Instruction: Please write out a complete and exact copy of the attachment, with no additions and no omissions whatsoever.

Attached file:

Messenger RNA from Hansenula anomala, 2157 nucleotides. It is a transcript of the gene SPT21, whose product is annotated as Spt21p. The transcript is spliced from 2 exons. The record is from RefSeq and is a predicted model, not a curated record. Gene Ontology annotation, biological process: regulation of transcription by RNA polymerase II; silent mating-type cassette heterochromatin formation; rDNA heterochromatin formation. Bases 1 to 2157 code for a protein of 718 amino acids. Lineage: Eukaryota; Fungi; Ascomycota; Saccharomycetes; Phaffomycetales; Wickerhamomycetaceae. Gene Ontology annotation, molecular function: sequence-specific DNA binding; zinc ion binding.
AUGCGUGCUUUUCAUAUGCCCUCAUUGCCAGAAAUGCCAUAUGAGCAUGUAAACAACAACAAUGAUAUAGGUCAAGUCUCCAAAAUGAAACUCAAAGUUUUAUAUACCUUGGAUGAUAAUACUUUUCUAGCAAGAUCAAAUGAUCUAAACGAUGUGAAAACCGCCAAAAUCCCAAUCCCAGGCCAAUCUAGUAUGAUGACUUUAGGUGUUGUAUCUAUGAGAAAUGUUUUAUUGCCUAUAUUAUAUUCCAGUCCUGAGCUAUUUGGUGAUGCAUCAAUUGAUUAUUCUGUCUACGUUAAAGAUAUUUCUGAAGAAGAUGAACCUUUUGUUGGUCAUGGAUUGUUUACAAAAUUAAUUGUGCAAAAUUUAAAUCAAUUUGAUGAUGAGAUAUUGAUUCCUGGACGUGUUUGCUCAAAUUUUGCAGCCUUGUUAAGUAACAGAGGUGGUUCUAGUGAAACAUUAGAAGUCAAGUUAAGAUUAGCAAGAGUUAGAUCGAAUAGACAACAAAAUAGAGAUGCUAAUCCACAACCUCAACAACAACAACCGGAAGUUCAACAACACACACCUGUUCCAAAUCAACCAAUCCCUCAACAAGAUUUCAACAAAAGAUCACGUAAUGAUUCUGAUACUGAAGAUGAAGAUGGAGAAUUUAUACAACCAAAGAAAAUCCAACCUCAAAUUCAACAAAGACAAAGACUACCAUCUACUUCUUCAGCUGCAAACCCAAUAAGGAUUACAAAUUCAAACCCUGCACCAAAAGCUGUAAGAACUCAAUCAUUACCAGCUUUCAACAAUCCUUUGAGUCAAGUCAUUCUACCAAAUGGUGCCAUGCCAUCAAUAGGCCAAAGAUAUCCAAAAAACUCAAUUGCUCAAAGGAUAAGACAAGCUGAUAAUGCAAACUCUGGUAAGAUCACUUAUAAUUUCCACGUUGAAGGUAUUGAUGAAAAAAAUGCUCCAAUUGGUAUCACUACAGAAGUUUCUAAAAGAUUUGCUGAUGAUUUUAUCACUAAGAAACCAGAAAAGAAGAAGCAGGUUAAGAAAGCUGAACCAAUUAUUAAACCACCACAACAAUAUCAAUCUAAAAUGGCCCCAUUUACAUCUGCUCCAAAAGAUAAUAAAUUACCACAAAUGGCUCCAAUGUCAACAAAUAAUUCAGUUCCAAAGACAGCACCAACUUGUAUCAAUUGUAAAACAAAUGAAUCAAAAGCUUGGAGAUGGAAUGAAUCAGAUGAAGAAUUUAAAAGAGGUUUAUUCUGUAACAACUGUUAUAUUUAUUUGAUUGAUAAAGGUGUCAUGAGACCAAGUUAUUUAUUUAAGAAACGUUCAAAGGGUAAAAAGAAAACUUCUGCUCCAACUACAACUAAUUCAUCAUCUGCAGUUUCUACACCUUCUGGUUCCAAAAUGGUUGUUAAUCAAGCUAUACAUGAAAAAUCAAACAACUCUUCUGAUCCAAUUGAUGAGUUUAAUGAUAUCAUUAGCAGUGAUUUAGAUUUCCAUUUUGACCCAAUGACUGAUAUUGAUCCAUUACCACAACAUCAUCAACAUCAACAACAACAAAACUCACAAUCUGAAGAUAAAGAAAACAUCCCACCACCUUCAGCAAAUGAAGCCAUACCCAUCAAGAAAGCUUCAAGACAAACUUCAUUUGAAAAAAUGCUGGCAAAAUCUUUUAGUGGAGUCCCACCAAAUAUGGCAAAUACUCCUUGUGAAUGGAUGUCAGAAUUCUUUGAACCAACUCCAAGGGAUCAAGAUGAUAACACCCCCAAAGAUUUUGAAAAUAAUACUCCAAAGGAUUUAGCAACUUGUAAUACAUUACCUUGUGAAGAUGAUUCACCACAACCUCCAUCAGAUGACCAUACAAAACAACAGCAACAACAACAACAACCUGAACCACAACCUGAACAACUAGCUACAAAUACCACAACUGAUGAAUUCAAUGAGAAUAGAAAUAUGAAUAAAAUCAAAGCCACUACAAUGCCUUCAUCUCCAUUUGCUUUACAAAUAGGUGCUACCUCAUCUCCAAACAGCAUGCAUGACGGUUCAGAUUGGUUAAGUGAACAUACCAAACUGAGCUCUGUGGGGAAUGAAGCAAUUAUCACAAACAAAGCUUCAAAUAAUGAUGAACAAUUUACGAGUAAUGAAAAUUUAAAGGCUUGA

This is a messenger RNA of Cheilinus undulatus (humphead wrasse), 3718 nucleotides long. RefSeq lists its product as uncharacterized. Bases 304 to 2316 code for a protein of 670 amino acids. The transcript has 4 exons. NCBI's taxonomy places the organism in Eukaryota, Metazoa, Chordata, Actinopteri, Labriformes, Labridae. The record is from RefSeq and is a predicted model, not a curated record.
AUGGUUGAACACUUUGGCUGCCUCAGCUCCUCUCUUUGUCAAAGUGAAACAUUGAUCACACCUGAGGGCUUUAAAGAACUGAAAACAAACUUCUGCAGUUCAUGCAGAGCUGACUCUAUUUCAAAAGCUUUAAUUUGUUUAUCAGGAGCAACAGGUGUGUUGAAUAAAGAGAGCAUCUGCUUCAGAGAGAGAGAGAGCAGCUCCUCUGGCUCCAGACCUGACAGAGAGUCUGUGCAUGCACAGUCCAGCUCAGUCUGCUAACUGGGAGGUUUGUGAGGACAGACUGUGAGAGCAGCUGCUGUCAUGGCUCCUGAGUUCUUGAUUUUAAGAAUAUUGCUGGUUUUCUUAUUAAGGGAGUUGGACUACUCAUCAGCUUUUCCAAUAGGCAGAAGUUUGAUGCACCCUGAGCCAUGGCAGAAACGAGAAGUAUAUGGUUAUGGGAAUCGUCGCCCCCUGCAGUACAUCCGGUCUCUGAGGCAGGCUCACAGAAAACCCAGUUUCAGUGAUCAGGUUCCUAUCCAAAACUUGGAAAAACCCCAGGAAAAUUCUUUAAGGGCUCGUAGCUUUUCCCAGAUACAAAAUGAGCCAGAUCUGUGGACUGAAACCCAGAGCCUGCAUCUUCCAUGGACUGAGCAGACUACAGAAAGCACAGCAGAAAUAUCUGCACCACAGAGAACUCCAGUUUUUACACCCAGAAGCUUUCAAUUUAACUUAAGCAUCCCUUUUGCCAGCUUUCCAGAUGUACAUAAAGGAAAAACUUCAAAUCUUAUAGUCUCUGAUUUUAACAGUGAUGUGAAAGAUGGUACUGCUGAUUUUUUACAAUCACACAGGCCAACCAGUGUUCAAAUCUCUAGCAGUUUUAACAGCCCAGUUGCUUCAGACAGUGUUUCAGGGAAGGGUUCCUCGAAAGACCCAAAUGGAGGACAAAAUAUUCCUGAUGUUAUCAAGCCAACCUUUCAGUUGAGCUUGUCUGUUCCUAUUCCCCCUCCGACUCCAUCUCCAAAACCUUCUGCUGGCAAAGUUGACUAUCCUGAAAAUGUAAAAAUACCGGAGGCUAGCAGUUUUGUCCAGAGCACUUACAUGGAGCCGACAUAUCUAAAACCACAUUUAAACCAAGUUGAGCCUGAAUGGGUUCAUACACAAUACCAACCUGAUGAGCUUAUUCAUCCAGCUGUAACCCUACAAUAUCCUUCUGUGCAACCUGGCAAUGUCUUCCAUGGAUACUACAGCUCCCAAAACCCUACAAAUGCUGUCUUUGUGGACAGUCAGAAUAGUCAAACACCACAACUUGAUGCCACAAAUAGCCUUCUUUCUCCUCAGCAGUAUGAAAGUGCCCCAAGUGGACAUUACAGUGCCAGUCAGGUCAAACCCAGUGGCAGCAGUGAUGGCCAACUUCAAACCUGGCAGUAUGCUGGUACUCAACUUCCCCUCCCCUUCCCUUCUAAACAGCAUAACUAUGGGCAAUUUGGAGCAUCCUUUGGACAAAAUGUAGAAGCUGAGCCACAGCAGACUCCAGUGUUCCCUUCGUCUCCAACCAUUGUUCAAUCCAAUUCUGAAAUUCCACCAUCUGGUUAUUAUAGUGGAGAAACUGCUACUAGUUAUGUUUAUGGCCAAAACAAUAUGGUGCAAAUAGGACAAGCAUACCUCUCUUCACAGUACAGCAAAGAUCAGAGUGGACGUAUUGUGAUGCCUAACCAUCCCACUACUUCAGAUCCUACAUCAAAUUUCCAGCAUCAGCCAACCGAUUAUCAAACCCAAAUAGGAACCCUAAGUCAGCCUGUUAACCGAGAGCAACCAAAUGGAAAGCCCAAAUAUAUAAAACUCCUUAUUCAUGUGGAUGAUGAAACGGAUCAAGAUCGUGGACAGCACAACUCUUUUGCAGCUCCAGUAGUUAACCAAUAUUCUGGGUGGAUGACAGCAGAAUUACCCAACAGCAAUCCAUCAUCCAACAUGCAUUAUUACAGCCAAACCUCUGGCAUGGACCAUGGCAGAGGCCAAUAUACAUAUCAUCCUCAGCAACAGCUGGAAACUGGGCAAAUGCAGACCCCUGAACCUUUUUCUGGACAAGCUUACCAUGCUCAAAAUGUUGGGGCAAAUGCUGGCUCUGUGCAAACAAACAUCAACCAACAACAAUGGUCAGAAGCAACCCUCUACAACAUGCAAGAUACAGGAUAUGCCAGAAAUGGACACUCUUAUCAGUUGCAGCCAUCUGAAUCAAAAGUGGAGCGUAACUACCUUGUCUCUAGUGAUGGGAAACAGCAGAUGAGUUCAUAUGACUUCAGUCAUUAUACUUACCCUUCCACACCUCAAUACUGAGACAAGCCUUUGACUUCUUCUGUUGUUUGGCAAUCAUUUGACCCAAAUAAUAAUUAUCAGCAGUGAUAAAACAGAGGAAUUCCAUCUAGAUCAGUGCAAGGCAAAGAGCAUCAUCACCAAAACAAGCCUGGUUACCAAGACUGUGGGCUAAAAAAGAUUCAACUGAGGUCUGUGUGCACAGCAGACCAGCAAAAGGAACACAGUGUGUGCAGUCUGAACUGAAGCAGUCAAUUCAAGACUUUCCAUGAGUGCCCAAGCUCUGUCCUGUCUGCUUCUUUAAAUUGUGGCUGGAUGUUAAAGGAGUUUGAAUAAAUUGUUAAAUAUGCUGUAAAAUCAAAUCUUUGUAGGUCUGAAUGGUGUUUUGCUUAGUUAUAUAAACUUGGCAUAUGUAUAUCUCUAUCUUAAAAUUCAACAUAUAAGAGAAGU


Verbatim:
Messenger RNA from Hansenula anomala, 2157 nucleotides. It is a transcript of the gene SPT21, whose product is annotated as Spt21p. The transcript is spliced from 2 exons. The record is from RefSeq and is a predicted model, not a curated record. Gene Ontology annotation, biological process: regulation of transcription by RNA polymerase II; silent mating-type cassette heterochromatin formation; rDNA heterochromatin formation. Bases 1 to 2157 code for a protein of 718 amino acids. Lineage: Eukaryota; Fungi; Ascomycota; Saccharomycetes; Phaffomycetales; Wickerhamomycetaceae. Gene Ontology annotation, molecular function: sequence-specific DNA binding; zinc ion binding.
AUGCGUGCUUUUCAUAUGCCCUCAUUGCCAGAAAUGCCAUAUGAGCAUGUAAACAACAACAAUGAUAUAGGUCAAGUCUCCAAAAUGAAACUCAAAGUUUUAUAUACCUUGGAUGAUAAUACUUUUCUAGCAAGAUCAAAUGAUCUAAACGAUGUGAAAACCGCCAAAAUCCCAAUCCCAGGCCAAUCUAGUAUGAUGACUUUAGGUGUUGUAUCUAUGAGAAAUGUUUUAUUGCCUAUAUUAUAUUCCAGUCCUGAGCUAUUUGGUGAUGCAUCAAUUGAUUAUUCUGUCUACGUUAAAGAUAUUUCUGAAGAAGAUGAACCUUUUGUUGGUCAUGGAUUGUUUACAAAAUUAAUUGUGCAAAAUUUAAAUCAAUUUGAUGAUGAGAUAUUGAUUCCUGGACGUGUUUGCUCAAAUUUUGCAGCCUUGUUAAGUAACAGAGGUGGUUCUAGUGAAACAUUAGAAGUCAAGUUAAGAUUAGCAAGAGUUAGAUCGAAUAGACAACAAAAUAGAGAUGCUAAUCCACAACCUCAACAACAACAACCGGAAGUUCAACAACACACACCUGUUCCAAAUCAACCAAUCCCUCAACAAGAUUUCAACAAAAGAUCACGUAAUGAUUCUGAUACUGAAGAUGAAGAUGGAGAAUUUAUACAACCAAAGAAAAUCCAACCUCAAAUUCAACAAAGACAAAGACUACCAUCUACUUCUUCAGCUGCAAACCCAAUAAGGAUUACAAAUUCAAACCCUGCACCAAAAGCUGUAAGAACUCAAUCAUUACCAGCUUUCAACAAUCCUUUGAGUCAAGUCAUUCUACCAAAUGGUGCCAUGCCAUCAAUAGGCCAAAGAUAUCCAAAAAACUCAAUUGCUCAAAGGAUAAGACAAGCUGAUAAUGCAAACUCUGGUAAGAUCACUUAUAAUUUCCACGUUGAAGGUAUUGAUGAAAAAAAUGCUCCAAUUGGUAUCACUACAGAAGUUUCUAAAAGAUUUGCUGAUGAUUUUAUCACUAAGAAACCAGAAAAGAAGAAGCAGGUUAAGAAAGCUGAACCAAUUAUUAAACCACCACAACAAUAUCAAUCUAAAAUGGCCCCAUUUACAUCUGCUCCAAAAGAUAAUAAAUUACCACAAAUGGCUCCAAUGUCAACAAAUAAUUCAGUUCCAAAGACAGCACCAACUUGUAUCAAUUGUAAAACAAAUGAAUCAAAAGCUUGGAGAUGGAAUGAAUCAGAUGAAGAAUUUAAAAGAGGUUUAUUCUGUAACAACUGUUAUAUUUAUUUGAUUGAUAAAGGUGUCAUGAGACCAAGUUAUUUAUUUAAGAAACGUUCAAAGGGUAAAAAGAAAACUUCUGCUCCAACUACAACUAAUUCAUCAUCUGCAGUUUCUACACCUUCUGGUUCCAAAAUGGUUGUUAAUCAAGCUAUACAUGAAAAAUCAAACAACUCUUCUGAUCCAAUUGAUGAGUUUAAUGAUAUCAUUAGCAGUGAUUUAGAUUUCCAUUUUGACCCAAUGACUGAUAUUGAUCCAUUACCACAACAUCAUCAACAUCAACAACAACAAAACUCACAAUCUGAAGAUAAAGAAAACAUCCCACCACCUUCAGCAAAUGAAGCCAUACCCAUCAAGAAAGCUUCAAGACAAACUUCAUUUGAAAAAAUGCUGGCAAAAUCUUUUAGUGGAGUCCCACCAAAUAUGGCAAAUACUCCUUGUGAAUGGAUGUCAGAAUUCUUUGAACCAACUCCAAGGGAUCAAGAUGAUAACACCCCCAAAGAUUUUGAAAAUAAUACUCCAAAGGAUUUAGCAACUUGUAAUACAUUACCUUGUGAAGAUGAUUCACCACAACCUCCAUCAGAUGACCAUACAAAACAACAGCAACAACAACAACAACCUGAACCACAACCUGAACAACUAGCUACAAAUACCACAACUGAUGAAUUCAAUGAGAAUAGAAAUAUGAAUAAAAUCAAAGCCACUACAAUGCCUUCAUCUCCAUUUGCUUUACAAAUAGGUGCUACCUCAUCUCCAAACAGCAUGCAUGACGGUUCAGAUUGGUUAAGUGAACAUACCAAACUGAGCUCUGUGGGGAAUGAAGCAAUUAUCACAAACAAAGCUUCAAAUAAUGAUGAACAAUUUACGAGUAAUGAAAAUUUAAAGGCUUGA

This is a messenger RNA of Cheilinus undulatus (humphead wrasse), 3718 nucleotides long. RefSeq lists its product as uncharacterized. Bases 304 to 2316 code for a protein of 670 amino acids. The transcript has 4 exons. NCBI's taxonomy places the organism in Eukaryota, Metazoa, Chordata, Actinopteri, Labriformes, Labridae. The record is from RefSeq and is a predicted model, not a curated record.
AUGGUUGAACACUUUGGCUGCCUCAGCUCCUCUCUUUGUCAAAGUGAAACAUUGAUCACACCUGAGGGCUUUAAAGAACUGAAAACAAACUUCUGCAGUUCAUGCAGAGCUGACUCUAUUUCAAAAGCUUUAAUUUGUUUAUCAGGAGCAACAGGUGUGUUGAAUAAAGAGAGCAUCUGCUUCAGAGAGAGAGAGAGCAGCUCCUCUGGCUCCAGACCUGACAGAGAGUCUGUGCAUGCACAGUCCAGCUCAGUCUGCUAACUGGGAGGUUUGUGAGGACAGACUGUGAGAGCAGCUGCUGUCAUGGCUCCUGAGUUCUUGAUUUUAAGAAUAUUGCUGGUUUUCUUAUUAAGGGAGUUGGACUACUCAUCAGCUUUUCCAAUAGGCAGAAGUUUGAUGCACCCUGAGCCAUGGCAGAAACGAGAAGUAUAUGGUUAUGGGAAUCGUCGCCCCCUGCAGUACAUCCGGUCUCUGAGGCAGGCUCACAGAAAACCCAGUUUCAGUGAUCAGGUUCCUAUCCAAAACUUGGAAAAACCCCAGGAAAAUUCUUUAAGGGCUCGUAGCUUUUCCCAGAUACAAAAUGAGCCAGAUCUGUGGACUGAAACCCAGAGCCUGCAUCUUCCAUGGACUGAGCAGACUACAGAAAGCACAGCAGAAAUAUCUGCACCACAGAGAACUCCAGUUUUUACACCCAGAAGCUUUCAAUUUAACUUAAGCAUCCCUUUUGCCAGCUUUCCAGAUGUACAUAAAGGAAAAACUUCAAAUCUUAUAGUCUCUGAUUUUAACAGUGAUGUGAAAGAUGGUACUGCUGAUUUUUUACAAUCACACAGGCCAACCAGUGUUCAAAUCUCUAGCAGUUUUAACAGCCCAGUUGCUUCAGACAGUGUUUCAGGGAAGGGUUCCUCGAAAGACCCAAAUGGAGGACAAAAUAUUCCUGAUGUUAUCAAGCCAACCUUUCAGUUGAGCUUGUCUGUUCCUAUUCCCCCUCCGACUCCAUCUCCAAAACCUUCUGCUGGCAAAGUUGACUAUCCUGAAAAUGUAAAAAUACCGGAGGCUAGCAGUUUUGUCCAGAGCACUUACAUGGAGCCGACAUAUCUAAAACCACAUUUAAACCAAGUUGAGCCUGAAUGGGUUCAUACACAAUACCAACCUGAUGAGCUUAUUCAUCCAGCUGUAACCCUACAAUAUCCUUCUGUGCAACCUGGCAAUGUCUUCCAUGGAUACUACAGCUCCCAAAACCCUACAAAUGCUGUCUUUGUGGACAGUCAGAAUAGUCAAACACCACAACUUGAUGCCACAAAUAGCCUUCUUUCUCCUCAGCAGUAUGAAAGUGCCCCAAGUGGACAUUACAGUGCCAGUCAGGUCAAACCCAGUGGCAGCAGUGAUGGCCAACUUCAAACCUGGCAGUAUGCUGGUACUCAACUUCCCCUCCCCUUCCCUUCUAAACAGCAUAACUAUGGGCAAUUUGGAGCAUCCUUUGGACAAAAUGUAGAAGCUGAGCCACAGCAGACUCCAGUGUUCCCUUCGUCUCCAACCAUUGUUCAAUCCAAUUCUGAAAUUCCACCAUCUGGUUAUUAUAGUGGAGAAACUGCUACUAGUUAUGUUUAUGGCCAAAACAAUAUGGUGCAAAUAGGACAAGCAUACCUCUCUUCACAGUACAGCAAAGAUCAGAGUGGACGUAUUGUGAUGCCUAACCAUCCCACUACUUCAGAUCCUACAUCAAAUUUCCAGCAUCAGCCAACCGAUUAUCAAACCCAAAUAGGAACCCUAAGUCAGCCUGUUAACCGAGAGCAACCAAAUGGAAAGCCCAAAUAUAUAAAACUCCUUAUUCAUGUGGAUGAUGAAACGGAUCAAGAUCGUGGACAGCACAACUCUUUUGCAGCUCCAGUAGUUAACCAAUAUUCUGGGUGGAUGACAGCAGAAUUACCCAACAGCAAUCCAUCAUCCAACAUGCAUUAUUACAGCCAAACCUCUGGCAUGGACCAUGGCAGAGGCCAAUAUACAUAUCAUCCUCAGCAACAGCUGGAAACUGGGCAAAUGCAGACCCCUGAACCUUUUUCUGGACAAGCUUACCAUGCUCAAAAUGUUGGGGCAAAUGCUGGCUCUGUGCAAACAAACAUCAACCAACAACAAUGGUCAGAAGCAACCCUCUACAACAUGCAAGAUACAGGAUAUGCCAGAAAUGGACACUCUUAUCAGUUGCAGCCAUCUGAAUCAAAAGUGGAGCGUAACUACCUUGUCUCUAGUGAUGGGAAACAGCAGAUGAGUUCAUAUGACUUCAGUCAUUAUACUUACCCUUCCACACCUCAAUACUGAGACAAGCCUUUGACUUCUUCUGUUGUUUGGCAAUCAUUUGACCCAAAUAAUAAUUAUCAGCAGUGAUAAAACAGAGGAAUUCCAUCUAGAUCAGUGCAAGGCAAAGAGCAUCAUCACCAAAACAAGCCUGGUUACCAAGACUGUGGGCUAAAAAAGAUUCAACUGAGGUCUGUGUGCACAGCAGACCAGCAAAAGGAACACAGUGUGUGCAGUCUGAACUGAAGCAGUCAAUUCAAGACUUUCCAUGAGUGCCCAAGCUCUGUCCUGUCUGCUUCUUUAAAUUGUGGCUGGAUGUUAAAGGAGUUUGAAUAAAUUGUUAAAUAUGCUGUAAAAUCAAAUCUUUGUAGGUCUGAAUGGUGUUUUGCUUAGUUAUAUAAACUUGGCAUAUGUAUAUCUCUAUCUUAAAAUUCAACAUAUAAGAGAAGU